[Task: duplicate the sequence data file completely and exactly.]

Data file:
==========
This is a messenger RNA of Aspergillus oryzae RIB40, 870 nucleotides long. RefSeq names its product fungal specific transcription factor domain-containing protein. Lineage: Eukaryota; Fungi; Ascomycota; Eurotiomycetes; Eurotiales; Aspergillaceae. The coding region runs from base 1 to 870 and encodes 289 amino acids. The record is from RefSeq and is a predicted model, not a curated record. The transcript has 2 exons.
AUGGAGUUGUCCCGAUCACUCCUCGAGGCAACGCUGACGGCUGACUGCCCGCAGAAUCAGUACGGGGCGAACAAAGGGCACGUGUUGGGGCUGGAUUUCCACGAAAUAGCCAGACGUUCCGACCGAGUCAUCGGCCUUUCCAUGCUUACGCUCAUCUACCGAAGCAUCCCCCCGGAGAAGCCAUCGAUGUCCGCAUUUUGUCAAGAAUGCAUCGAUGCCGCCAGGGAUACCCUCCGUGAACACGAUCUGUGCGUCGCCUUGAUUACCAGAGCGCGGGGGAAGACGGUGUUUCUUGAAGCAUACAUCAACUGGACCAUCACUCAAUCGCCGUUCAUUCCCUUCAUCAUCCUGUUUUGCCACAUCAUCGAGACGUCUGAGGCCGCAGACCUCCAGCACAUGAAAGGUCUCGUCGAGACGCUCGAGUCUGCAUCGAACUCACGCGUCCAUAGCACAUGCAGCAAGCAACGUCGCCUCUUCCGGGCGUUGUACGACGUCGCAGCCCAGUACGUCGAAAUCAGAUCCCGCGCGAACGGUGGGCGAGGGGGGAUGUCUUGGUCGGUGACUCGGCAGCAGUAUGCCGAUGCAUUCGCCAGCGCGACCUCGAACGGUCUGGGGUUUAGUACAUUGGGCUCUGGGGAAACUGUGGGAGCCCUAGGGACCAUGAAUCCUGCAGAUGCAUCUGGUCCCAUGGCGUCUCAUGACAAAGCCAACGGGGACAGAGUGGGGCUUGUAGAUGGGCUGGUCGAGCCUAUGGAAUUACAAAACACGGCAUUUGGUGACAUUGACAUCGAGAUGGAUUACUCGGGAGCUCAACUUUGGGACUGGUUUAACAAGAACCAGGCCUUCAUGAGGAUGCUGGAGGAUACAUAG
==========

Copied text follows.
This is a messenger RNA of Aspergillus oryzae RIB40, 870 nucleotides long. RefSeq names its product fungal specific transcription factor domain-containing protein. Lineage: Eukaryota; Fungi; Ascomycota; Eurotiomycetes; Eurotiales; Aspergillaceae. The coding region runs from base 1 to 870 and encodes 289 amino acids. The record is from RefSeq and is a predicted model, not a curated record. The transcript has 2 exons.
AUGGAGUUGUCCCGAUCACUCCUCGAGGCAACGCUGACGGCUGACUGCCCGCAGAAUCAGUACGGGGCGAACAAAGGGCACGUGUUGGGGCUGGAUUUCCACGAAAUAGCCAGACGUUCCGACCGAGUCAUCGGCCUUUCCAUGCUUACGCUCAUCUACCGAAGCAUCCCCCCGGAGAAGCCAUCGAUGUCCGCAUUUUGUCAAGAAUGCAUCGAUGCCGCCAGGGAUACCCUCCGUGAACACGAUCUGUGCGUCGCCUUGAUUACCAGAGCGCGGGGGAAGACGGUGUUUCUUGAAGCAUACAUCAACUGGACCAUCACUCAAUCGCCGUUCAUUCCCUUCAUCAUCCUGUUUUGCCACAUCAUCGAGACGUCUGAGGCCGCAGACCUCCAGCACAUGAAAGGUCUCGUCGAGACGCUCGAGUCUGCAUCGAACUCACGCGUCCAUAGCACAUGCAGCAAGCAACGUCGCCUCUUCCGGGCGUUGUACGACGUCGCAGCCCAGUACGUCGAAAUCAGAUCCCGCGCGAACGGUGGGCGAGGGGGGAUGUCUUGGUCGGUGACUCGGCAGCAGUAUGCCGAUGCAUUCGCCAGCGCGACCUCGAACGGUCUGGGGUUUAGUACAUUGGGCUCUGGGGAAACUGUGGGAGCCCUAGGGACCAUGAAUCCUGCAGAUGCAUCUGGUCCCAUGGCGUCUCAUGACAAAGCCAACGGGGACAGAGUGGGGCUUGUAGAUGGGCUGGUCGAGCCUAUGGAAUUACAAAACACGGCAUUUGGUGACAUUGACAUCGAGAUGGAUUACUCGGGAGCUCAACUUUGGGACUGGUUUAACAAGAACCAGGCCUUCAUGAGGAUGCUGGAGGAUACAUAG